CAM-001 Harley J & JD Cam Gear 1917-1929 61" & 74 Inch

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Brand New J and JD Cams by LINK Engineering Made in the U.S.A


The bushings on this new cam have only been lightly reamed to allow it to slip onto the inspection fixture and may require final sizing before installation.

Below is an excerpt from page 20 of the Harley Davidson publication, "Motor Repair Manual for the Guidance of the Motorcycle Repair Man", copyright 1918. As it states, the running fit of both the cam followers as well as the cam on the pins is a "free running fit, which translates into 0.0005" loose. You, or your motor builder, may have to hone or ream the bushing for final fitment. If reaming, it's advisable to do it on a decent drill press or a mill for accuracy. You should also enter from the gear side to maintain concentricity of the gears pitch circle to the centerline of the hole. The pin in your particular motor may however be slightly worn in which sizing may not be necessary. If the cam slips on to the pin and spins freely with no bind as is, then re-sizing should not be necessary.

To Inspect, Adjust, or Replace Secondary and Roller Arm Studs

1. Inspect the studs to see whether or not they are loose or worn. To test either stud to see if it is loose, strike it lightly with a small hammer.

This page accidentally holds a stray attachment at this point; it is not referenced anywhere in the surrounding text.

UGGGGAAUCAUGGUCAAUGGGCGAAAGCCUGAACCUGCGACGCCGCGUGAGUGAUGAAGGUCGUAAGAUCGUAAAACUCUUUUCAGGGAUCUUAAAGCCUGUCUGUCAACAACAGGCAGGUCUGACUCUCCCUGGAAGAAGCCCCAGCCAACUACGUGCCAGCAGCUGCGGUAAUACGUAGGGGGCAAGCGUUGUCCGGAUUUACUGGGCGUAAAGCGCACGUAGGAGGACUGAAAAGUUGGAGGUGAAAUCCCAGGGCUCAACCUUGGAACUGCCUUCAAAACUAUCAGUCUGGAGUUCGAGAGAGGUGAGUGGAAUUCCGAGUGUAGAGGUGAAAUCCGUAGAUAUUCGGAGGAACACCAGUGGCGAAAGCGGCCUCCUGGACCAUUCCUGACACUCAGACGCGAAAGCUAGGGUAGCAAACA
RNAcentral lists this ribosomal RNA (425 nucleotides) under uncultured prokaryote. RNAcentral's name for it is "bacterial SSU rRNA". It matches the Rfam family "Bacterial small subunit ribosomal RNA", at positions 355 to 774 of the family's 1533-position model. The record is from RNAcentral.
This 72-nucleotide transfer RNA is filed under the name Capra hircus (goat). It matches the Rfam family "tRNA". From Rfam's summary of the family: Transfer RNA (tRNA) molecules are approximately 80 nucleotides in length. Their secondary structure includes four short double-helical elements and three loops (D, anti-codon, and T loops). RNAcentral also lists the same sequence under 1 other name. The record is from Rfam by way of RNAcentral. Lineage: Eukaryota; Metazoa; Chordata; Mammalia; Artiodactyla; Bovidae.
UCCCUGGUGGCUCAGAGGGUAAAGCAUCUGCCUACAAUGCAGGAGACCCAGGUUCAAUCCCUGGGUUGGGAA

A loose stud can be felt and will make a dull thud when struck.

If a loose stud is found, tighten it securely as explained hereinafter.

2. If the stud is tight, inspect it for wear. Try the secondary gear on the secondary stud, and both inlet and exhaust roller arms on the roller arm stud for shake.

These parts are assembled with just a free running fit, the inside diameter of the roller arm bushing or the hole diameter of the secondary gear being 0005 inch larger than the diameter of its respective stud.

Secondary gear studs are ground to ½ inch diameter, while roller arm studs are ground to 7/16 inch diameter.

3. If the exhaust or inlet roller arm or the secondary gear clears its respective stud by more than 0015 inch, the studs or stud plate assembly, secondary gear, or the roller arm bushings should be replaced. Too much clearance at any of these places reduces valve lift and delays valve action, cutting down the efficiency of the motor and also making the motor extremely noisy.